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Most people have heard of the NFL concussion problem. Most will still let their kid play football.

Most Americans know there's a risk of concussion from playing football — and most Americans also say they'd let their kids play the sport.

Late last week, Vox worked with Morning Consult to poll 1,870 registered voters about their attitudes toward the Super Bowl and football. We found that 87 percent of respondents had heard about the concussion problem facing the NFL — but 67 percent were comfortable letting their own kids play.

Click here for results: Topline | Crosstabs

People who planned to watch the Super Bowl, we found, were way more willing to let their kids play football than those who planned to sit out the event.

You can see more about our findings in the graphic above — and take a deeper dive into the numbers below.

Tea Partiers and independents are more likely to let their kids play football

  • Republicans (66 percent) were more likely than Democrats (61 percent) to say they would let their kid play football, while independents were the most likely to let their kid play (72 percent).
  • It split more on gender lines. Republican men (76 percent), Democratic men (71 percent), and independent men (80 percent) were more likely to let their kids play than any group of women. For women, independents were the most likely (65 percent), followed by Republican women (59 percent) and Democratic women (51 percent).
  • 76 percent of Tea Party supporters would let their kid play, versus 62 percent of non–Tea Party supporters.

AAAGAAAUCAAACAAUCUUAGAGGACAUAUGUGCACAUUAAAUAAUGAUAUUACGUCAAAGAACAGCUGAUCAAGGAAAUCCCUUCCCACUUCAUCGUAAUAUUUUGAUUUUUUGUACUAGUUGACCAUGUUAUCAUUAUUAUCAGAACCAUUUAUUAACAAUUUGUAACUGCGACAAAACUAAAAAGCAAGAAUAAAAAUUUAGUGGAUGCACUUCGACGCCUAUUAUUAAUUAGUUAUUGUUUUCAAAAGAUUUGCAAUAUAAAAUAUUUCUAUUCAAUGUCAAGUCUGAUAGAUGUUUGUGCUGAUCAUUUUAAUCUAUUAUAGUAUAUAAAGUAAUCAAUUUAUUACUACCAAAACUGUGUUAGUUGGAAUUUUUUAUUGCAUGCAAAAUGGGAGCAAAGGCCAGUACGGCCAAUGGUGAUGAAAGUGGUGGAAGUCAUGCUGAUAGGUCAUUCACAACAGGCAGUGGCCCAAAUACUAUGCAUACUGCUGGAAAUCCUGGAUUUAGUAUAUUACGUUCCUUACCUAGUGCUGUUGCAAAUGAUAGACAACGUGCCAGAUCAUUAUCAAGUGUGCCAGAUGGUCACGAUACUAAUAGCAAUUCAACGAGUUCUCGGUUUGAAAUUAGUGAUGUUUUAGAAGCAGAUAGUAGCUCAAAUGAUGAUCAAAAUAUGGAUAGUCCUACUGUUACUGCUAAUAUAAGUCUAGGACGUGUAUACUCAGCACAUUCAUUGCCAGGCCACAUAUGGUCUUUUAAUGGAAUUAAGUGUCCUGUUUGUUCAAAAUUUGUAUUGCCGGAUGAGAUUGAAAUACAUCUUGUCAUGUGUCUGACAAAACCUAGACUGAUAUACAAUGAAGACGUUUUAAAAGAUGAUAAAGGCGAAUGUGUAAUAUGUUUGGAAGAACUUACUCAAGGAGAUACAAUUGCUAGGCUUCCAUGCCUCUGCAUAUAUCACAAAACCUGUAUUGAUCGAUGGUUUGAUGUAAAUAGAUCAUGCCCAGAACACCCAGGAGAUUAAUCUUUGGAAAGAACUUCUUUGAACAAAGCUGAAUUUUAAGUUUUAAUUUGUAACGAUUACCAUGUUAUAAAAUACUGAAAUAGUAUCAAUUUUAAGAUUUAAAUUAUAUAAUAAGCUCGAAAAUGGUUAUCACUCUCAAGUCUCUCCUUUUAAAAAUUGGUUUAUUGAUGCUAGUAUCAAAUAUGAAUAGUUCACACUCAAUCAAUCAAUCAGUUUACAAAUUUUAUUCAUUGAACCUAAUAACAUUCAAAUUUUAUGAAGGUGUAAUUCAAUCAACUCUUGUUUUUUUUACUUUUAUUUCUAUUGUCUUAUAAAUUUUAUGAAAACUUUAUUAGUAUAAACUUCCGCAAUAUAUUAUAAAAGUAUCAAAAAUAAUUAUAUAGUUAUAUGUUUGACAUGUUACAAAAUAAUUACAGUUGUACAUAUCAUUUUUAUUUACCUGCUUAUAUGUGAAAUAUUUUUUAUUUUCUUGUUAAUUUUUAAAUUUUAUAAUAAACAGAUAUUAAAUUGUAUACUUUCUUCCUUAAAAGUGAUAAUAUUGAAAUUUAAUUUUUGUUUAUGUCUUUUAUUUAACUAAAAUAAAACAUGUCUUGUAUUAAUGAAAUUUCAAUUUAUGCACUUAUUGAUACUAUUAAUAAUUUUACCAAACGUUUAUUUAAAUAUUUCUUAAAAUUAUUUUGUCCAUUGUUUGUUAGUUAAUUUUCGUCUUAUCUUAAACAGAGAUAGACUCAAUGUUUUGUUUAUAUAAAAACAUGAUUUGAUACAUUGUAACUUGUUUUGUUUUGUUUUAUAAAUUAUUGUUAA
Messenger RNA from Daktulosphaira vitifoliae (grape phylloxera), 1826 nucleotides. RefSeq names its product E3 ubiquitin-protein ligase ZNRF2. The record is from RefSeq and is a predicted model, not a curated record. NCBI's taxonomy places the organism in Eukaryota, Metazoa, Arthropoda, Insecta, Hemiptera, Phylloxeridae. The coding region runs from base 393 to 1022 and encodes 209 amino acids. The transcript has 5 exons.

• When it came to political interests, people who cared most about women's issues were the least likely to let their kids play (48 percent).

Education and income matter less than you might think. Same with race and religion.

  • Education mattered — but only for those who had a postgrad degree. Of those with a bachelor's, 68 percent said they'd let their kids play, versus 69 percent for those with less than a bachelor's. Just 47 percent of those with a postgrad degree said they'd let their kid play.
  • Income didn't have an effect, at least when it came to people who made under $50,000, between $50,000 and $100,000, and more than $100,000.
  • Race mattered a little, with Hispanics and African Americans (both 72 percent) more likely to let their kid play than whites (64 percent).
  • Religion had some effect. Protestants (63 percent) and Roman Catholics (63 percent) were equally likely, while atheists, agnostics, and other nonreligious people were slightly more likely (68 percent). Evangelical Christians were the most likely (73 percent).

Most surprising? The South isn't the football hub you might think it to be.

  • There weren't huge regional differences, but people who lived in the Northeast were less likely to let their kids play (62 percent), followed by the South (64 percent), Midwest (66 percent), and West (72 percent).
  • We also asked about whether people would let their kids play soccer. Overall, 83 percent said yes, which hints that a certain percentage of people don't want their kids playing any sport. But it also suggests that maybe some people just don't want their kid playing soccer.

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